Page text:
Presentation on theme: "PACT Feedback Rubric Pilot Results with UC Davis English Cohort."— Presentation transcript:
PACT Feedback Rubric Pilot Results with UC Davis English Cohort
2007/08 Pilot Results N= 12 6 Scorers (no models for training) Score Distribution: Score 1 - 6 candidates (1 scored twice with scores of 1 & 2) Score 2 - 5 candidates Score 3 - 2 candidates * In general, feedback scores were lower than overall PACT scores. We're going to highlight its importance more in courses and in our supervision feedback to increase skills.
Weaknesses little or no feedback shown for written work, although trends in performance were well documented by candidate feedback on written work provided no help in how to "analyze more thoroughly" or "provide evidence" written comments/marks focused on spelling and conventions errors, rather than responding to ideas in essays explicit grammar corrections are not made (important for English learners)
Weaknesses (contd) feedback not linked to specific learning goals of the assignment some feedback appeared to lead to a specific reading, rather than encourage support for student's own interpretation attempt to foster critical thinking, but did not follow through to get response from student in discussion grammar corrections on student work were wrong (1 example) feedback ranged over several assessments, so documentation was very general (larger problem with PACT document)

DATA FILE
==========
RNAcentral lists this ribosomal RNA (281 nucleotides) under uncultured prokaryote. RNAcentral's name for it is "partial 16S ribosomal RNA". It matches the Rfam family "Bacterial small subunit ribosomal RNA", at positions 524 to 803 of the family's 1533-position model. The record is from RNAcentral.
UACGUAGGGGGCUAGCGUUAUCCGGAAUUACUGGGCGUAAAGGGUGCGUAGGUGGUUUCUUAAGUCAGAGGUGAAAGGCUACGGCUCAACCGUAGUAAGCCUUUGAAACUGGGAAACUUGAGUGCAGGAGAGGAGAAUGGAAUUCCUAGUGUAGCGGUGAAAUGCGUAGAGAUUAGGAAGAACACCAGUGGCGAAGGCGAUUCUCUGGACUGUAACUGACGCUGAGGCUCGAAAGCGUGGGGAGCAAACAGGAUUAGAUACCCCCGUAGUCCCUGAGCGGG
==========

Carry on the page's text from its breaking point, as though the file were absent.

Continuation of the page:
Strengths oral responses to students in video provided encouragement and probed for deeper thinking (multiple examples) peer review process and discussion demonstrated potential for students to understand ways to improve their written work oral feedback utilized questions and answers to jog prior knowledge and schema from earlier lessons, other disciplines, or "real life" examples candidate addressed general performance weaknesses with whole class after reviewing assessments
Strengths (contd) multiple avenues of feedback around learning goals - teacher corrections and comments, peer review process - both orally and on written work use of rubrics with individual feedback related to task expectations clear and specific feedback with suggestions for mastering key concepts/standards; included opportunities for students to reflect on their own work and plan for next steps in essay writing process
Teaching Candidates About Effective Feedback Courses: Present concept of feedback within contexts of lesson planning and academic language development Focus on both oral and written feedback strategies - content and academic language, prioritizing corrections Present PACT rubric expectations Evaluate lessons and video clips of teaching for clarity, consistency, instructional support, balance Role play scenarios to practice conferencing with students Provide examples appropriate to each discipline Discuss common readings
Teaching Candidates About Effective Feedback (contd) Supervision Feedback: Regular observations of teaching include attention to oral and written feedback focused on task-specific performance improvement Seminar discussion of feedback appropriate for written assignments - peers look at assignment demands, student performance, and ways to structure feedback effectively - in advance of PACT work
Resources on Feedback Hattie, 1. & TimperIey, H. (2007). The power of feedback. Review of Educational Research, 77, 81-112. Scarcella, R. (2003). Providing effective feedback. In R. Scarcella, Accelerating academic English: A focus on the English learner (pp. 131-160). Oakland, CA: Regents of the University of CA.